It is hard to believe we are now in the second half of the school year, but for our Year 12 students they are now within sight of the end of their secondary schooling. They appear to have come back refreshed and invigorated, ready to tackle the many challenges that await, from standard subject assessment through to the QCS Test, through musical performances, debates, community service, artistic endeavours and sporting pursuits. I encourage them to enjoy these experiences, for they form the memories of a lifetime.
While some of us had relaxing holidays many of our students were engaged in high energy activities. Our Year 7 Da Vinci decathlon team competed in the National finals in Sydney and came away with third place in Australia. While we have had regular success at a state level this is the first time we have placed in the top three nationally. Special congratulations to all members of the team, to the staff involved in the preparation of our students and to Ms Mossman for her commitment to this activity. Similarly, our Performance Music department took 29 students to New Zealand to compete in the Rhapsody Rotorua Music Festival. This tour involved performances, a competition and a number of concerts, along with some high energy activities, including two days in the snow. All students returned enthused and excited, with many parents reporting students unable to stop talking about their experiences. A special thank you to Mr Govier, Canon Sarah and Mr Quinn for leading the tour and Mrs Dowrie for all her work behind the scenes.
At the staff service on Monday, Canon Sarah talked about the true meaning of compassion. As we know, the College’s motto is “Courage and Compassion”, and as a College this phrase encompasses much of our attitude towards life. Below is one of the insights into compassion she shared with the staff as we move into another semester in the life of CHAC. It occurred on the Music Tour recently conducted to New Zealand.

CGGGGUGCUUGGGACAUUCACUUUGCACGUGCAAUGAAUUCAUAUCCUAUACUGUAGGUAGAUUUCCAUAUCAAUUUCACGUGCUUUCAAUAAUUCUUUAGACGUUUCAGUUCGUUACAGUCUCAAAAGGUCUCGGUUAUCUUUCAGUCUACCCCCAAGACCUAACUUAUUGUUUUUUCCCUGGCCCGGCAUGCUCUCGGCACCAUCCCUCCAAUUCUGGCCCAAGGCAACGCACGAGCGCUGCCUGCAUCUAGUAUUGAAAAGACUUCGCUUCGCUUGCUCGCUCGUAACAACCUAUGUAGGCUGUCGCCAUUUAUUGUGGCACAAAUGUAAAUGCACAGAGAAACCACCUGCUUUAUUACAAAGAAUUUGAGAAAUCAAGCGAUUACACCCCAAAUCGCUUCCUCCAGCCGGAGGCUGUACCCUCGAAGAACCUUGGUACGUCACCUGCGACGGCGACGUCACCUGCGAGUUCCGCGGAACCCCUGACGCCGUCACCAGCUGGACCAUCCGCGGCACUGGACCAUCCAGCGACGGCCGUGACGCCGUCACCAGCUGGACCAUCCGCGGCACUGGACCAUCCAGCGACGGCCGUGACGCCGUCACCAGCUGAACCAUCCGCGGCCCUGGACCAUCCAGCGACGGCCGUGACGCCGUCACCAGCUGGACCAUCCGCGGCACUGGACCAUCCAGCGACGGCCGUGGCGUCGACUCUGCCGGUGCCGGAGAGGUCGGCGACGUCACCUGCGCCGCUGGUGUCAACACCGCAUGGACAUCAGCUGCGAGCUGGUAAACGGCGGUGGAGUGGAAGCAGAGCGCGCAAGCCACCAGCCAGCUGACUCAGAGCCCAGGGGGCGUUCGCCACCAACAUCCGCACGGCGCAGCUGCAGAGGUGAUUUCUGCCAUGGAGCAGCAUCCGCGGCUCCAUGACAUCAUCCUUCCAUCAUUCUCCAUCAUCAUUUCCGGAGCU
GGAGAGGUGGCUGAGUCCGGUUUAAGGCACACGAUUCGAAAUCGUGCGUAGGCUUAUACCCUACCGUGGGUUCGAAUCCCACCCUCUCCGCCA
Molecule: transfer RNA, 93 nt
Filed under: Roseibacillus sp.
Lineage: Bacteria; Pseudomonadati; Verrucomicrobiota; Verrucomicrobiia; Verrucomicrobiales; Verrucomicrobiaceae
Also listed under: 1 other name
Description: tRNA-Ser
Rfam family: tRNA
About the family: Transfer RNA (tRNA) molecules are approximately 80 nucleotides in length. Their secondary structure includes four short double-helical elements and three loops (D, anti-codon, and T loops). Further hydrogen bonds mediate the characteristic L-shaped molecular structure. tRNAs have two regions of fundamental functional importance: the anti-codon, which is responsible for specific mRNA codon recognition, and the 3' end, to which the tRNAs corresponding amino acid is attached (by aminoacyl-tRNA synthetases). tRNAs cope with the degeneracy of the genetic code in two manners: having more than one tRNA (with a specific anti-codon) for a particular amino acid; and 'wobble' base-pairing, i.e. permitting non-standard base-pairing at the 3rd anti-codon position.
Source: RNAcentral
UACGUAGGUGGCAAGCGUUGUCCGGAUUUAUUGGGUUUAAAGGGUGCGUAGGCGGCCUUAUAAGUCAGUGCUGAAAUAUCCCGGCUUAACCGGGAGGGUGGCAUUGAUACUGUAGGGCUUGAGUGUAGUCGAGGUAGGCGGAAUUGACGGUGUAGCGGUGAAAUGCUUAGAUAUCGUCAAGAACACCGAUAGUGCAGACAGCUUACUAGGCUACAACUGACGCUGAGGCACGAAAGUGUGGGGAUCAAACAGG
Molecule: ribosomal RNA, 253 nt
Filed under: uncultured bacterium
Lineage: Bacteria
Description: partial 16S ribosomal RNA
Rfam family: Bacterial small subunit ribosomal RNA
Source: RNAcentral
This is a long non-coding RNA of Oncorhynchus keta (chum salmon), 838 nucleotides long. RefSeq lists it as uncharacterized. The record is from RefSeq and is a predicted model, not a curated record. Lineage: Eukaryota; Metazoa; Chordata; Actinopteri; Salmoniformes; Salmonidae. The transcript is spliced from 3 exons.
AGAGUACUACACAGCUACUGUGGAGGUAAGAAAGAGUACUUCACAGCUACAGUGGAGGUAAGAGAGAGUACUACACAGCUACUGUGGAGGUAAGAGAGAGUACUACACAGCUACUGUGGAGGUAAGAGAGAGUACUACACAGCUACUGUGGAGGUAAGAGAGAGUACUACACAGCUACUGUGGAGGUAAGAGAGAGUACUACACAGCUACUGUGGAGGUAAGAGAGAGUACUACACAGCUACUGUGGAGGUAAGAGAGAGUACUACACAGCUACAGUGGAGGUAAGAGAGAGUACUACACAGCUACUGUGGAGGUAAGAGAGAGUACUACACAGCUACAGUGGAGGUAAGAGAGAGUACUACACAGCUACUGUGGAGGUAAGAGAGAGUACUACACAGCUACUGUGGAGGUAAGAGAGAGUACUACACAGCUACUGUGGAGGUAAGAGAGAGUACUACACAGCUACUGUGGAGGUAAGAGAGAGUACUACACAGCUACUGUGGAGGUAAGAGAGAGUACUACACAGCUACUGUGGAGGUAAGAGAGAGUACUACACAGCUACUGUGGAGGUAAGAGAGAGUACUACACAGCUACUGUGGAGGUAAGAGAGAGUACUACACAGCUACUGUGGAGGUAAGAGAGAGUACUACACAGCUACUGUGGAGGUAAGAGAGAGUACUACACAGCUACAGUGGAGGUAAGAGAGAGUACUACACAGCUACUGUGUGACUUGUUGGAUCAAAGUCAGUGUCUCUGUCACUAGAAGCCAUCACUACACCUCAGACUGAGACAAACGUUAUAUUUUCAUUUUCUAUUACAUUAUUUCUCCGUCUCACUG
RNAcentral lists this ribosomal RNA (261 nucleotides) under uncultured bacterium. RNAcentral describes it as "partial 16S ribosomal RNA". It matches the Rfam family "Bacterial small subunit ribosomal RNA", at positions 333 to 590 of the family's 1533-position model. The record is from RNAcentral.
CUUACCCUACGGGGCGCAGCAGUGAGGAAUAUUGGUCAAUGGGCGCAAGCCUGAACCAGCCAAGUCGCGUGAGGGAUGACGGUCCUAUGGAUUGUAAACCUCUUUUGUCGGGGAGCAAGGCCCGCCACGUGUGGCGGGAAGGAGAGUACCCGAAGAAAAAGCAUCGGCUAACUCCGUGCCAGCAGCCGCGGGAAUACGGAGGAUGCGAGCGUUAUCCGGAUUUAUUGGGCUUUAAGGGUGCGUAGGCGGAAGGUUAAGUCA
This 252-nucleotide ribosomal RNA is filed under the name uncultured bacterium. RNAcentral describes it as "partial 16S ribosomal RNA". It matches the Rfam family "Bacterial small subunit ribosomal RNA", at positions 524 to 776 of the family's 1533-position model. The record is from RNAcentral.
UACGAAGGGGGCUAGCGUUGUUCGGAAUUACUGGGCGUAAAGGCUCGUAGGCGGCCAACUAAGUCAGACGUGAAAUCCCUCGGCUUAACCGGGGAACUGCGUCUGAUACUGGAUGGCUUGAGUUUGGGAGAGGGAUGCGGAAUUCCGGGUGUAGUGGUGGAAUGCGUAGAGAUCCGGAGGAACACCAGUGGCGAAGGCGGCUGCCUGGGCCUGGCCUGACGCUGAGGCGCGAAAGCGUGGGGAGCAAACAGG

“While on tour, a small number of our students came face to face with the grief and sorrow of a stranger their own age, hearing the firsthand account of an American student involved in a school shooting. The response of our students was a deep sadness which went well beyond mere sympathy. This is the deepest kind of compassion, where we see another human being as worthy of love and tears as ourselves, and feel outrage that anything evil should happened to them. This is the kind of love that moves mountains and drives people to truly desire to make the world a better place. And as I consoled our students, I was humbled in a way that comes rarely in life, and I promised God and myself once more to be part of the movement that makes this world a better, kinder, more loving place. We talk about compassion sometimes like it just means being nice, but in the Christian tradition of following Jesus, compassion requires more of us. It requires us to walk with others into painful places, to find ourselves in the troubling places with them, to allow our joy or our grief to meet theirs. This is true compassion.”
Finally, I would like to thank all those who have contacted me regarding my appointment as Principal from January 2019. From the student body and into the broader community it has been truly touching to feel the support and enthusiasm being expressed. I am very excited about our future and look forward to working with you all to continue to grow what makes CHAC such a special educational environment.
Congratulations to Isaac O'Toole (Year 6), who recently performed in Grease (the Arena experience) at the Brisbane Entertainment Centre.
Congratulations to Jude Armstrong (Year 8) for being selected in the Under 13's Queensland Hockey team.